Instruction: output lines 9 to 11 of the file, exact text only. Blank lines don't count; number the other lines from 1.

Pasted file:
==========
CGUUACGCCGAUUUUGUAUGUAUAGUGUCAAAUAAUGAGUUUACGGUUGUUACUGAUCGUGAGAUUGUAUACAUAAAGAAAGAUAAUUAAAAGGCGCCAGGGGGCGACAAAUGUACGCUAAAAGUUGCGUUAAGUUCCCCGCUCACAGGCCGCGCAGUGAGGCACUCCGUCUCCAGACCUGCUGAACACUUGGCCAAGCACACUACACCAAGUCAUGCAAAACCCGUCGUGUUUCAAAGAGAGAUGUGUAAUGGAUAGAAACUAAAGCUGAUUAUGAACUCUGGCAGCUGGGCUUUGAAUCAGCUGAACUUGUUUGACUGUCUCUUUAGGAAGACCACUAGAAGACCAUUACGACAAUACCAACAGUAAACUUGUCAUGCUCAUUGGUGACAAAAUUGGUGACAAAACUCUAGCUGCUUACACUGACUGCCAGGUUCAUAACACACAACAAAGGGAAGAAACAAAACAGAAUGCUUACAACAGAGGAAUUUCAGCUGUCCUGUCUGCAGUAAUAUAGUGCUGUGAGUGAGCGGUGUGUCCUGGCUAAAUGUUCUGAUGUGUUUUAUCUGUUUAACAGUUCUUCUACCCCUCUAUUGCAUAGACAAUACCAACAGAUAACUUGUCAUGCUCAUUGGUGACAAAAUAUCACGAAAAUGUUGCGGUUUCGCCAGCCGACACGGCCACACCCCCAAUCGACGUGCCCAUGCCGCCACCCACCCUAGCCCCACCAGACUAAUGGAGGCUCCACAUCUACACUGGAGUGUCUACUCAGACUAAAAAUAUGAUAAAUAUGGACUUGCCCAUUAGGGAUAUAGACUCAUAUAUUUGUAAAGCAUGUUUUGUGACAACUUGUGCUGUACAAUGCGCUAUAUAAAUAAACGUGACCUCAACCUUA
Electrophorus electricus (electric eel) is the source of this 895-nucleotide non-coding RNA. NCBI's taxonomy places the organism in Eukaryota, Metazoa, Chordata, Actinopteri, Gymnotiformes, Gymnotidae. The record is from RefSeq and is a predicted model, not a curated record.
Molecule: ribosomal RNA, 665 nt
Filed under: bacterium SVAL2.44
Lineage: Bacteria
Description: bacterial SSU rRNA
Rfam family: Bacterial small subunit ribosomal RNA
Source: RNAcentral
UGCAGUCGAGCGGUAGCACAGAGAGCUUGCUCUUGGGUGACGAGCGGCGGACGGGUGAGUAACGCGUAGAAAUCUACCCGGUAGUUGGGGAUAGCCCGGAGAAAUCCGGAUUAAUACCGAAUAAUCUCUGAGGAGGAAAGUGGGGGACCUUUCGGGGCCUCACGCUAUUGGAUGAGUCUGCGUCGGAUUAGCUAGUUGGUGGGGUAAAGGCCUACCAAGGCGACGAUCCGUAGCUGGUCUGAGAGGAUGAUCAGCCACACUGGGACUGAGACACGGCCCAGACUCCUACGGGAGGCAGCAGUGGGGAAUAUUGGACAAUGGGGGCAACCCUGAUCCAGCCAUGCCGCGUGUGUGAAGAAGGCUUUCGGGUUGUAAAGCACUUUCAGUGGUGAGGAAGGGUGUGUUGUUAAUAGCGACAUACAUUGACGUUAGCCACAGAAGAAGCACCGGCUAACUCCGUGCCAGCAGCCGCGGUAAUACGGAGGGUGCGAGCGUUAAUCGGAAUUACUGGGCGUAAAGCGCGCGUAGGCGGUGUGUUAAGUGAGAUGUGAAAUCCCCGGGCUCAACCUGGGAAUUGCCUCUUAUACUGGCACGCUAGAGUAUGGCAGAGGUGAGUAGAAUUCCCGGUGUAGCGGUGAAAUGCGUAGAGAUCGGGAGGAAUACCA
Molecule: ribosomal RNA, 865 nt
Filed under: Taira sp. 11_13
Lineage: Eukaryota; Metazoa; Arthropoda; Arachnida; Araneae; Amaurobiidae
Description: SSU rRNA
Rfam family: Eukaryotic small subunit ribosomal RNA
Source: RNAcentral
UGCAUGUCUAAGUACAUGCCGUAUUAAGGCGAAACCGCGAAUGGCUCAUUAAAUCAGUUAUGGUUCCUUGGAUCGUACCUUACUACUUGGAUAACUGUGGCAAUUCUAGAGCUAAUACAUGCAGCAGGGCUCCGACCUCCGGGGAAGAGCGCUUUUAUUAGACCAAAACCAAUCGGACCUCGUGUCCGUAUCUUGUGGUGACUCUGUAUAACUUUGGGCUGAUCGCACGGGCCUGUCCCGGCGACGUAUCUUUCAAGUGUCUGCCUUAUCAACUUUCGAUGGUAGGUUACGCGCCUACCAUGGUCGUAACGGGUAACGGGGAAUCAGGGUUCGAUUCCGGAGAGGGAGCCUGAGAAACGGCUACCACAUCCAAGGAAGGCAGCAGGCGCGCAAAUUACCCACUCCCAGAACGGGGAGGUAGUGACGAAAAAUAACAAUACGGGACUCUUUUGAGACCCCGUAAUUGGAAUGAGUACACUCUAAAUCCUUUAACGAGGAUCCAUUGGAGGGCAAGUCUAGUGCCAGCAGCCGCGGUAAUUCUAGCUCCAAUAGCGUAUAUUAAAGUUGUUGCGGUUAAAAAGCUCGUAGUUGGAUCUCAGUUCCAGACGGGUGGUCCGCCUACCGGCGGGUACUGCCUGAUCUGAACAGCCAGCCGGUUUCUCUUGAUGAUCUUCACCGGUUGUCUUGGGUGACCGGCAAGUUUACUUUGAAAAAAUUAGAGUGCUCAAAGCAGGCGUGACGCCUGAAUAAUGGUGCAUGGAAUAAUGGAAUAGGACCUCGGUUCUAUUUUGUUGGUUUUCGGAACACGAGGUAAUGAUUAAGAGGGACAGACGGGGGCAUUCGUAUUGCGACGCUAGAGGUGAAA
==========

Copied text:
UGCAGUCGAGCGGUAGCACAGAGAGCUUGCUCUUGGGUGACGAGCGGCGGACGGGUGAGUAACGCGUAGAAAUCUACCCGGUAGUUGGGGAUAGCCCGGAGAAAUCCGGAUUAAUACCGAAUAAUCUCUGAGGAGGAAAGUGGGGGACCUUUCGGGGCCUCACGCUAUUGGAUGAGUCUGCGUCGGAUUAGCUAGUUGGUGGGGUAAAGGCCUACCAAGGCGACGAUCCGUAGCUGGUCUGAGAGGAUGAUCAGCCACACUGGGACUGAGACACGGCCCAGACUCCUACGGGAGGCAGCAGUGGGGAAUAUUGGACAAUGGGGGCAACCCUGAUCCAGCCAUGCCGCGUGUGUGAAGAAGGCUUUCGGGUUGUAAAGCACUUUCAGUGGUGAGGAAGGGUGUGUUGUUAAUAGCGACAUACAUUGACGUUAGCCACAGAAGAAGCACCGGCUAACUCCGUGCCAGCAGCCGCGGUAAUACGGAGGGUGCGAGCGUUAAUCGGAAUUACUGGGCGUAAAGCGCGCGUAGGCGGUGUGUUAAGUGAGAUGUGAAAUCCCCGGGCUCAACCUGGGAAUUGCCUCUUAUACUGGCACGCUAGAGUAUGGCAGAGGUGAGUAGAAUUCCCGGUGUAGCGGUGAAAUGCGUAGAGAUCGGGAGGAAUACCA
Molecule: ribosomal RNA, 865 nt
Filed under: Taira sp. 11_13